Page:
Digital Planning: Exploring the Marriage of Analog and Digital

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What if there is a way to marry analog and digital experiences?

Most of you may have known me as an avid fan of Bullet Journaling (i still am). However, I am in this season where I am now currently working in an office and found myself using my Bullet Journal less. So now, I am exploring the idea of using digital planning as a new system I could adapt so that I could bring my notebook and my pen anywhere.

Is Bullet Journaling Obsolete?

Digital Planning

My BuJo practice entails only the simplest method as presented by Ryder Caroll, the creator of the Bullet Journal Method. I don’t have amazing instagrammable spreads on my Bullet Journal. Most of them are just following the system as described in the book. Just simply my Index, Future Log, Monthly Log, and Daily Log. Yes, I don’t even have a weekly log.

I am still using my Bullet Journal at work. However, I tend to fail to capture events, tasks, and notes in most parts of my day. It’s either I don’t have it at the moment, or I captured my notes using my phone.

The Role of the Tablet and a Stylus in Digital Planning

I recently acquired an iPad Mini 6th Gen with an Apple Pencil, and that’s where my interest in digital planning started. I started watching YouTube videos of creators who are using their iPads as their planners/journals.

It is quite interesting to see because it seems like it is marrying my analog system of bullet journaling and using digital tools. This kind of productivity system entails writing by hand, which I am a huge advocate of. Writing by hand is proven to bring me higher retention for my memory. It also allows me to better take time to think since writing by hand is slower than just hitting keys on the keyboard.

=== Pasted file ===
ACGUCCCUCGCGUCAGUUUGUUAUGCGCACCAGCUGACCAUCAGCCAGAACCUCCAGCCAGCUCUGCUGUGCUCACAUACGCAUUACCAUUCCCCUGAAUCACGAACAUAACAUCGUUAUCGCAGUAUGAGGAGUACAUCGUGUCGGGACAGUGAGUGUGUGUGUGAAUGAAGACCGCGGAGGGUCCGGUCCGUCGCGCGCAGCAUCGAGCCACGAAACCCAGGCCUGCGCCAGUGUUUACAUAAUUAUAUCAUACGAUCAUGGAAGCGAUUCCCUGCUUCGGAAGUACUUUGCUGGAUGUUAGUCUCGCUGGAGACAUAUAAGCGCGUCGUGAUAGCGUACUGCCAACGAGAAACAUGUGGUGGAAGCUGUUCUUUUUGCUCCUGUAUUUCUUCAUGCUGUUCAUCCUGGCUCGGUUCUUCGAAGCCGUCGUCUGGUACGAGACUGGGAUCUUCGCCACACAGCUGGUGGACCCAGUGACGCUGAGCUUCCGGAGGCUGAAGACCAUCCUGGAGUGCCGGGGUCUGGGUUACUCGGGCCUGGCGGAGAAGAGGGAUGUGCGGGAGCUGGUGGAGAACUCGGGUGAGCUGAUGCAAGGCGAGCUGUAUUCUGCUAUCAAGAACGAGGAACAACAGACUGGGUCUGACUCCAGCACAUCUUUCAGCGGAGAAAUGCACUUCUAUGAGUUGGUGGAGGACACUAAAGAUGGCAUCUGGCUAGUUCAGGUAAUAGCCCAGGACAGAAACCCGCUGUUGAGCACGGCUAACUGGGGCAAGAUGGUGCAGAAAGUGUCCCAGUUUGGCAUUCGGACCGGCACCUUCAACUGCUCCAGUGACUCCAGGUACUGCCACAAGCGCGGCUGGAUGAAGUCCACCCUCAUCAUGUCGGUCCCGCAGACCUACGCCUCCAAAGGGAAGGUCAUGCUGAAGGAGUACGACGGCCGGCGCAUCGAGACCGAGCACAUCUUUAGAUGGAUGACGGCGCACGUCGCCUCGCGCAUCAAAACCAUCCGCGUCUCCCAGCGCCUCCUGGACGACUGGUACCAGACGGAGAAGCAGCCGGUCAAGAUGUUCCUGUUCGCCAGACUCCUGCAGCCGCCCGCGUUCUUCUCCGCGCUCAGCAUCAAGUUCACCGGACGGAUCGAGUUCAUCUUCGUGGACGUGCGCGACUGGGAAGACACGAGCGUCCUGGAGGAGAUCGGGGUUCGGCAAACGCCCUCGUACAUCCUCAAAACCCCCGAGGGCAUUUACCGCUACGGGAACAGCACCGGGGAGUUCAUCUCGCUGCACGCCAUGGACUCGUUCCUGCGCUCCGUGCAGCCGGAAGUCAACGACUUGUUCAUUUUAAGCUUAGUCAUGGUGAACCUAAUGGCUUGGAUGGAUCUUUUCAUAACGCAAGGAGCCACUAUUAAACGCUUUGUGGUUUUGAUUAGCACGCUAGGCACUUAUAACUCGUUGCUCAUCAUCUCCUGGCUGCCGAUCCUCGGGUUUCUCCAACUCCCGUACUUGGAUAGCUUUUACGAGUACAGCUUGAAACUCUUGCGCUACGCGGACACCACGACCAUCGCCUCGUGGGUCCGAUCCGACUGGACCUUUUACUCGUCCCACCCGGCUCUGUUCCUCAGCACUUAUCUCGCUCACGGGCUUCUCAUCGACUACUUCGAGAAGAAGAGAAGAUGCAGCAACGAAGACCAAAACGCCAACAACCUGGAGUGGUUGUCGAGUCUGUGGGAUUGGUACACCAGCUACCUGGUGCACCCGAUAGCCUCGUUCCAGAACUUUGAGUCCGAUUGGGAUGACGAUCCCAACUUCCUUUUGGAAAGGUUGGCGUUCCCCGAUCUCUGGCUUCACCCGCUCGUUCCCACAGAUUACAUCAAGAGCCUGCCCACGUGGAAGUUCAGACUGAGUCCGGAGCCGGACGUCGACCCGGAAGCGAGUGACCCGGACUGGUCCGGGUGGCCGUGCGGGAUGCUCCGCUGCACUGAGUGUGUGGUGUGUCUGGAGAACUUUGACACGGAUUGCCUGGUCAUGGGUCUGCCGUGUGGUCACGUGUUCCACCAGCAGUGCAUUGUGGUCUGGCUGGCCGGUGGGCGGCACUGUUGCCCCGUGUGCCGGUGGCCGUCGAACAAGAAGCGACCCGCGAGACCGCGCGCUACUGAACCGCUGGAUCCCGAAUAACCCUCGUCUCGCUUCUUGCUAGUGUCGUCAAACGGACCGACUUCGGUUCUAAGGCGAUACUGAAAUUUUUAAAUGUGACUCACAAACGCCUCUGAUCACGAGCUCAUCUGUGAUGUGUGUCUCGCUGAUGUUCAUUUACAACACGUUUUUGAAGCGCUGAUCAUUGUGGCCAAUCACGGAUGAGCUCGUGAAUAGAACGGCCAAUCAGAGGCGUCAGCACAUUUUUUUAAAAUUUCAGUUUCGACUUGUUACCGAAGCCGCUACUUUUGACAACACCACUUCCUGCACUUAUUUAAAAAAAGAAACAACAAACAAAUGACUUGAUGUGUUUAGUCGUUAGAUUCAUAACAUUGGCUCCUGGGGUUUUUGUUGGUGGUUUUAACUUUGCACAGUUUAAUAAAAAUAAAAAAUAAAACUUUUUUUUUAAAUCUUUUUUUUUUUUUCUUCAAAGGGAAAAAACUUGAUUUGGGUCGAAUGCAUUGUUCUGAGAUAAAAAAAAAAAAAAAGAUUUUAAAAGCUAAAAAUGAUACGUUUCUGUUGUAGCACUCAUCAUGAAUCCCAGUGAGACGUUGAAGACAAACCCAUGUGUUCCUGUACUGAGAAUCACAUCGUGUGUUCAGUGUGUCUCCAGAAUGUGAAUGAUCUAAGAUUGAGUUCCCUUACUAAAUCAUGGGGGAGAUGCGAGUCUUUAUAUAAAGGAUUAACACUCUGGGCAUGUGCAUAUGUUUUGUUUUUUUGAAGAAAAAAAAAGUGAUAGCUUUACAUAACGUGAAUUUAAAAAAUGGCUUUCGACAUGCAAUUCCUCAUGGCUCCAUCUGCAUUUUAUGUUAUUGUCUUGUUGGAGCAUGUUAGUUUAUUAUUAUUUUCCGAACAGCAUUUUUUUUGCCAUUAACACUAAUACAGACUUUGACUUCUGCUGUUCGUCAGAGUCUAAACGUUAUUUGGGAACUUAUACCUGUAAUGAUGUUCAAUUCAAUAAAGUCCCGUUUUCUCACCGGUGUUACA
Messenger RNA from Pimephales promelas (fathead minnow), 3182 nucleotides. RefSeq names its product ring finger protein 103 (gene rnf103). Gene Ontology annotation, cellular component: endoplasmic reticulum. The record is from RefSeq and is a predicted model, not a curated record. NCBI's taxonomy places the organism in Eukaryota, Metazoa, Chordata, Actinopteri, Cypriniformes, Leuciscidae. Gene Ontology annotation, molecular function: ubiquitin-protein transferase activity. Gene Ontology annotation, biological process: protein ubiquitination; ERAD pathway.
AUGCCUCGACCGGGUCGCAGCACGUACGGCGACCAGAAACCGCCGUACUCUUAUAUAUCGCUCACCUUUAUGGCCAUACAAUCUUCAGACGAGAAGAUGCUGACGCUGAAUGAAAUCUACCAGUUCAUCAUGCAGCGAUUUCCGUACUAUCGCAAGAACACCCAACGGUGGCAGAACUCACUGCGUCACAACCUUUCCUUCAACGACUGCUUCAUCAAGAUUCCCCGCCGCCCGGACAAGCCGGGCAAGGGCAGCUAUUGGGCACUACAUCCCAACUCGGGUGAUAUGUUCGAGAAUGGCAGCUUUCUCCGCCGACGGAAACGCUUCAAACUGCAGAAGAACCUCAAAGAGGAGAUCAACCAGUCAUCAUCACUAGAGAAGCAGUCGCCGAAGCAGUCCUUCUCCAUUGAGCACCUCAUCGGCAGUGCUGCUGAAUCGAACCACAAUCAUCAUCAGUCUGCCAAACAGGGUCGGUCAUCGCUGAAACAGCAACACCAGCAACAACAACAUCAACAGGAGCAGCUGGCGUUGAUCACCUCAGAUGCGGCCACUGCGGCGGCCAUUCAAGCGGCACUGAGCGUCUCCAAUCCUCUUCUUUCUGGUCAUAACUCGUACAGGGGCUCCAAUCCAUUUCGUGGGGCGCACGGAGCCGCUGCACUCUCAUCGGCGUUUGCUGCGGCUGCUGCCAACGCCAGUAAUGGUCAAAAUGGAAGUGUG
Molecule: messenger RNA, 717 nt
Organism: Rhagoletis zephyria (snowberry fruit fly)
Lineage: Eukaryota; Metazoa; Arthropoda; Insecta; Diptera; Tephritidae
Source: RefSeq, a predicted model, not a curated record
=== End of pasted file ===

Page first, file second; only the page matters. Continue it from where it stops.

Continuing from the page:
I started scouting the best note-taking apps for digital planning, so I started exploring options and settled with Goodnotes. Bought a simple digital planner that I like from Etsy and started using it.

Digital Planning: The Experience

close up photo of an ipad
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At first, I was still starting to get a grip on flipping pages and using the linked pages for my collections. It was really difficult. Grasping over the tactile feedback of paper is irreplaceable by any digital tool.

One of the good things about digital planning is that I can somewhat replicate the experience but using a digital tool. Flipping pages feels unnatural, but it takes time to get used to. Of course, writing feels unnatural too! Yet, in my experience, there is some stylus that works well on a glass that somewhat replicates the experience of writing on paper. S-pen feels more natural than Apple Pencil. Well, this is another story in another article.

Writing on a PDF with links is really awesome since it feels like your journal/planner goes with you wherever you go. The downsides are there will and will always be a time when you need to really zoom in and zoom out, especially when writing by hand. Since it doesn’t just simply replicate an A5 notebook, this could be both a blessing and a challenge as well.

Digital Bullet Journaling

Since I am a fan of the Bullet Journal Method, I also tried using the BuJo system in a digital setting. First, I tried to use an app that can replicate an A5-sized dotted notebook. Then use it as I would normally use my Bullet Journal.

The roadblock I encountered is that the number of bullets may not be sufficient as it varies again on your current screen aspect ratio. Using a Digital BuJo on an iPad doesn’t replicate the same experience on an iPad Mini. Much more difficult to say on an Android Device.

Hence, I gave up trying to replicate the Bullet Journal core experience and I think getting a Digital Planner makes more sense since it already has some linked pages.

So if you are like me considering Digital Planning by replicating the experience of a Bullet Journal, I doubt that this would be a pleasant experience.

Bullet Journaling is best described as a mindfulness practice disguised as a productivity system. – Ryder Carroll

The Bullet Journal Method: Track the Past, Order the Present, Design the Future

I am still not giving up on the Bullet Journal Method (yet) because it is the productivity system that stuck around me the longest. The benefits of using paper and pen still outweigh the efficiency of most digital tools in my current workflow. Yet, I am not closing my doors and still keep Digital Planning on my radar as my primary notebook replacement.

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